The Kids' Content is Alright
Using kids to push products is as old as advertising itself. In its Rewind archive series, AdAge recently featured a 1950’s campaign for 7Up that depicted babies drinking the soft drink. The accompanying copy, devoted to explaining “why we have the youngest customers in the business,” also recommended that mothers serve their babes the “wholesome combination” of 7Up and milk.
No wonder Mad magazine had such fun lampooning Madison Avenue back in the day, but that was pretty light stuff compared to the present world of kids and consumerism.
Putting kids in ads is not the issue. From Life Cereal’s “Mikey Likes It!” campaign of the 1970’s to E*Trade’s stock-trading, mobile phone-wielding baby of today, kids in advertising, as long as they are not cloying, tend to create a positive consumer impression. What changed was the push of advertising and marketing content at kids, reaching beyond the traditional categories such as toys, movies, candy and fast food into a much wider product range.
There are uniquely creative examples, such as Nickelodeon's pioneering adaptation of the adult celebrity award show format via its annual Kids' Choice Awards. Starting with mail-in balloting in 1986, the show has evolved into an entertainment juggernaut, employing every social media and digital communications tool under the sun to entice consumer interaction, draw audience share and create platforms for content and product placement.
Increasingly, though, the dynamic shifted to getting to adult consumers and their wallets through their children. A good read on the subject is Juliet Schor’s book “Born to Buy: The Commercialized Child and the New Consumer Culture.”
With findings such as “the average 10-year-old has memorized about 400 brands, the average kindergartner can identify some 300 logos and from as early as age two kids are "bonded to brands,” Schor, an authority on consumerism and economics, reveals how “children's spending power has mushroomed to an estimated USD30 billion in direct purchases and another USD600 billion of influence over parental purchases.”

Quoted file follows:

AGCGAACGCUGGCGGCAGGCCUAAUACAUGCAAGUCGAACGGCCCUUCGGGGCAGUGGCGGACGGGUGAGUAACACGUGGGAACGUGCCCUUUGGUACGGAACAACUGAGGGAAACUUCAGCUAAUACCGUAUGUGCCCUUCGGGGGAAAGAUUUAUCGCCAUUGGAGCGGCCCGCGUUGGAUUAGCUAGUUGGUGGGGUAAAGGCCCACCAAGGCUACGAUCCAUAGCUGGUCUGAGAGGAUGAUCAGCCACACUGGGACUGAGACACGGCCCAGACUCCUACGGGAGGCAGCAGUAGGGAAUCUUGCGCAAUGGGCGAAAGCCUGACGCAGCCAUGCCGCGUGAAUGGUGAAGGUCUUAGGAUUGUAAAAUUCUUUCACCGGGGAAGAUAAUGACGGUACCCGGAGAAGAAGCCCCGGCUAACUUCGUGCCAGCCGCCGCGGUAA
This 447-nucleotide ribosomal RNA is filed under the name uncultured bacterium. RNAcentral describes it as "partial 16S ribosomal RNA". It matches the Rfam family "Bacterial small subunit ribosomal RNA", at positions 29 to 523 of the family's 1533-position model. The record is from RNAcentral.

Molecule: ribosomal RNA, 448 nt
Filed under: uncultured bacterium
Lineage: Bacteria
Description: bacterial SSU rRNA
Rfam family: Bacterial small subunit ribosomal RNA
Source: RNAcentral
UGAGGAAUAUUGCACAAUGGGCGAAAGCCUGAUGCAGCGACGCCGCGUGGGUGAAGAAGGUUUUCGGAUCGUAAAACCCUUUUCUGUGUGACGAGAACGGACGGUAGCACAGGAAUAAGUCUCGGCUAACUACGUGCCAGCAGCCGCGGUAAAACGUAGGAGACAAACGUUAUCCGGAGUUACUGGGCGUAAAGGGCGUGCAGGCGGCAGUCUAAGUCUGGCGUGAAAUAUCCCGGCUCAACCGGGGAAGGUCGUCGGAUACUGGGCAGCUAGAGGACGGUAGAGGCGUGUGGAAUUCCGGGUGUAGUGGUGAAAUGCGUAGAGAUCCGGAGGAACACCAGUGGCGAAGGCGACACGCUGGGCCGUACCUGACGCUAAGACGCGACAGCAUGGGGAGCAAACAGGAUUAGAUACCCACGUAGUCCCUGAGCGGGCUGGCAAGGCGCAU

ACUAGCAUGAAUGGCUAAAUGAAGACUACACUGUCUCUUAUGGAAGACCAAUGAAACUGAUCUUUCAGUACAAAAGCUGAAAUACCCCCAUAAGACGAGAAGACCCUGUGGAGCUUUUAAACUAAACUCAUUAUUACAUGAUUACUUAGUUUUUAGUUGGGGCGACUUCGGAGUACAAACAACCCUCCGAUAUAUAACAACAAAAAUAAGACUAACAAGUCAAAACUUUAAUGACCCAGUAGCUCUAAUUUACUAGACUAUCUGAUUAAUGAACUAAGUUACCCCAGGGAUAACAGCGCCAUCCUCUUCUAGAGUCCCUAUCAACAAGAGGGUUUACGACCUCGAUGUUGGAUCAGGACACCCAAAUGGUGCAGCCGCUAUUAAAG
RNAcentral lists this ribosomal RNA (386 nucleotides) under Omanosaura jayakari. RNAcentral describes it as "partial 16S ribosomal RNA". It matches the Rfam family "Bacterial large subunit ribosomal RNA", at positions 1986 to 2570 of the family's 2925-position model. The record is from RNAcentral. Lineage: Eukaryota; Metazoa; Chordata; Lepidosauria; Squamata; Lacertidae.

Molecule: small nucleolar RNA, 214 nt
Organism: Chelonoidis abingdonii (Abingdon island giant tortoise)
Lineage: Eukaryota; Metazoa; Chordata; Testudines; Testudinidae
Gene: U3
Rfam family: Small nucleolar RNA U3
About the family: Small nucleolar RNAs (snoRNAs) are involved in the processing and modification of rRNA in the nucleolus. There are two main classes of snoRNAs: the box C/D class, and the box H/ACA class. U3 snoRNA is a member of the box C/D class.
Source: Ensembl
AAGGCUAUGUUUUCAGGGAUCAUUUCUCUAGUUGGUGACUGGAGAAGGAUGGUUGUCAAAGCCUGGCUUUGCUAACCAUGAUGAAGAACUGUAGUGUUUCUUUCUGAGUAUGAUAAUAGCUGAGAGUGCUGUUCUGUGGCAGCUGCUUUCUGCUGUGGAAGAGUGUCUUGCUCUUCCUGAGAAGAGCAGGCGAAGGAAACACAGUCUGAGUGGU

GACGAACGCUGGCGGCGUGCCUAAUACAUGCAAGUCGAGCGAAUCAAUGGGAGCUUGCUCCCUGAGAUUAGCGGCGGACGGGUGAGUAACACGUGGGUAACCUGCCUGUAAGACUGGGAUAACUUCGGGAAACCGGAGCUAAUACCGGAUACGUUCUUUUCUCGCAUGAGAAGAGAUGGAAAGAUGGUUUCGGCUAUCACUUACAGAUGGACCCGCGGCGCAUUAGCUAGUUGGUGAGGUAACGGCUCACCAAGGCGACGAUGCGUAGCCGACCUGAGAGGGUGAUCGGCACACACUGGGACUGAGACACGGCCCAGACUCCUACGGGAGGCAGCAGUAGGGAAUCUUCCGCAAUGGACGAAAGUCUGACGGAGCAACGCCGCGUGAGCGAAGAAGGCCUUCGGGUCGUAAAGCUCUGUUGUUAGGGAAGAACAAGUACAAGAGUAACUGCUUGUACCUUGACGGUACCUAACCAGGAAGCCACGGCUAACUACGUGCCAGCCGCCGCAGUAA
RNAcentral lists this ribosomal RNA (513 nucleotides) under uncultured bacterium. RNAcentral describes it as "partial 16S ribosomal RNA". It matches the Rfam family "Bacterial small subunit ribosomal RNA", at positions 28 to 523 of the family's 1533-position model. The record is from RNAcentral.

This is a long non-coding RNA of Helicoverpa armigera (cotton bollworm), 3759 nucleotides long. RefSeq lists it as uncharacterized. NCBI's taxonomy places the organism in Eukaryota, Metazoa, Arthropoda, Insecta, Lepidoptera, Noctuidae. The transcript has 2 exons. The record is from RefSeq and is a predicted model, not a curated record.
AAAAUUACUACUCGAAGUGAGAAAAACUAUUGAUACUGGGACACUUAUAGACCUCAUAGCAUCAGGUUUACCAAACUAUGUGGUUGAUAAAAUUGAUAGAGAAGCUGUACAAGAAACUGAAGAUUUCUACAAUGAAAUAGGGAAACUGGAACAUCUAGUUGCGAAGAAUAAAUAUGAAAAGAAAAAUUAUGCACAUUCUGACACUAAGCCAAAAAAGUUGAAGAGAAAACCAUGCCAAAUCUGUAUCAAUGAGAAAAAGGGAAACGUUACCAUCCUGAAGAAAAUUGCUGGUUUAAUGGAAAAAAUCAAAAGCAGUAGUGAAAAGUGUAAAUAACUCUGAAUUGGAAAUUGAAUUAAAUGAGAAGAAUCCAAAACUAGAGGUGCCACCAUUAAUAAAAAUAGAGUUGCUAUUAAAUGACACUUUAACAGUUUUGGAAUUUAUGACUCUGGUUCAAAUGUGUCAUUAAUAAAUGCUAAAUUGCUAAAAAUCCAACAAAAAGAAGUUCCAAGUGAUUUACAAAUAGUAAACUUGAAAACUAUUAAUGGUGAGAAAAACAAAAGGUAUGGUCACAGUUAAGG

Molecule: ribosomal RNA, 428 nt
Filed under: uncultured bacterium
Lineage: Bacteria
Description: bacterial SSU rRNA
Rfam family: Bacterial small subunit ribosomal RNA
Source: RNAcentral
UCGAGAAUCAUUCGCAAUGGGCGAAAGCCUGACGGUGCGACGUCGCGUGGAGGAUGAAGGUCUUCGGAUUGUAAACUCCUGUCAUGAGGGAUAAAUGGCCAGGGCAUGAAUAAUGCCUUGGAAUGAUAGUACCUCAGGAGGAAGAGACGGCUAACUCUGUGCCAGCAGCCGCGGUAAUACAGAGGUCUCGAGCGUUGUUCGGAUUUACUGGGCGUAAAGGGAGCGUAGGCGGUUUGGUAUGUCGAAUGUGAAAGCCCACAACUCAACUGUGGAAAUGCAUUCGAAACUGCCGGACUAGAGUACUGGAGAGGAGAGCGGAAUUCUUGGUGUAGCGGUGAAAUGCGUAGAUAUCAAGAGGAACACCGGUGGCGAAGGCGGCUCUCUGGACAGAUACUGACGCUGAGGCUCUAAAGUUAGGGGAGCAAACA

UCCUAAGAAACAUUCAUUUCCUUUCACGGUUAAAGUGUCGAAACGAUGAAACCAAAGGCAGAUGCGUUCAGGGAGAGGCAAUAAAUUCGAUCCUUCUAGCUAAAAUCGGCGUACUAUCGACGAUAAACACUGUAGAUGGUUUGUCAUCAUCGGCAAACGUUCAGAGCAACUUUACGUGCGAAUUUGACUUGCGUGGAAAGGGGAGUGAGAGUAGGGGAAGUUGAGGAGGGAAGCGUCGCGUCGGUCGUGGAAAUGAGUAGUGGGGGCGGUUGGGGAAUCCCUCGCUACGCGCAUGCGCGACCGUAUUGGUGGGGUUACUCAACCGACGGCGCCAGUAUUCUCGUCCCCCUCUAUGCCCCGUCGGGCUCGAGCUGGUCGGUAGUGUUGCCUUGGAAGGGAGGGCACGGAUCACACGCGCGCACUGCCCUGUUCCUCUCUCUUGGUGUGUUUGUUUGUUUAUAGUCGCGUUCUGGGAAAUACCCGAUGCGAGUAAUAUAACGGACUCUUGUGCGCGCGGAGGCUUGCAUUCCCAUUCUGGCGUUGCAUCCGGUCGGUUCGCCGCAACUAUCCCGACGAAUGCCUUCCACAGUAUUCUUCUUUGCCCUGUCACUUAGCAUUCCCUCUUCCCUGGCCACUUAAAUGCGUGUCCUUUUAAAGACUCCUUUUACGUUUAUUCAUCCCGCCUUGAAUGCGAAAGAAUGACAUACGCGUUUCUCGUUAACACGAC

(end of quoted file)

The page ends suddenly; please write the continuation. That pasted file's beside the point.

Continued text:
Keep in mind that the book was published in 2004. The proliferation of media channels and devices since can only mean adversely deeper reaches still into the minds and wallets of children unable to distinguish ads from content. It’s not just kids on a sugar high of buy, buy, buy that end up losing touch with rational decision-making and the true appreciation of product value and quality, though. Hyper-consumerism also impacts adults by fragmenting or diluting their relationships with and loyalties to brands—there is little thought given to the “why” of the “buy.”
This is where targeted, branded, customized content can make all the difference. The marketing objective will always be to get people to bond with brands and to remember logos and ultimately to spend money, and there is no reason why that cannot begin in younger, pre-consumer days. The resiliency and longevity of the relationship, however, depends on the nutritional value of the message: what content are you serving your “kids” today?
Jeff Heilman covers business, marketing, law and travel for a range of custom and trade publications. Also an award-winning photographer and copywriter, he ghostwrote Courageous Counsel, a book on the history of women general counsel in the Fortune 500, published September 2011.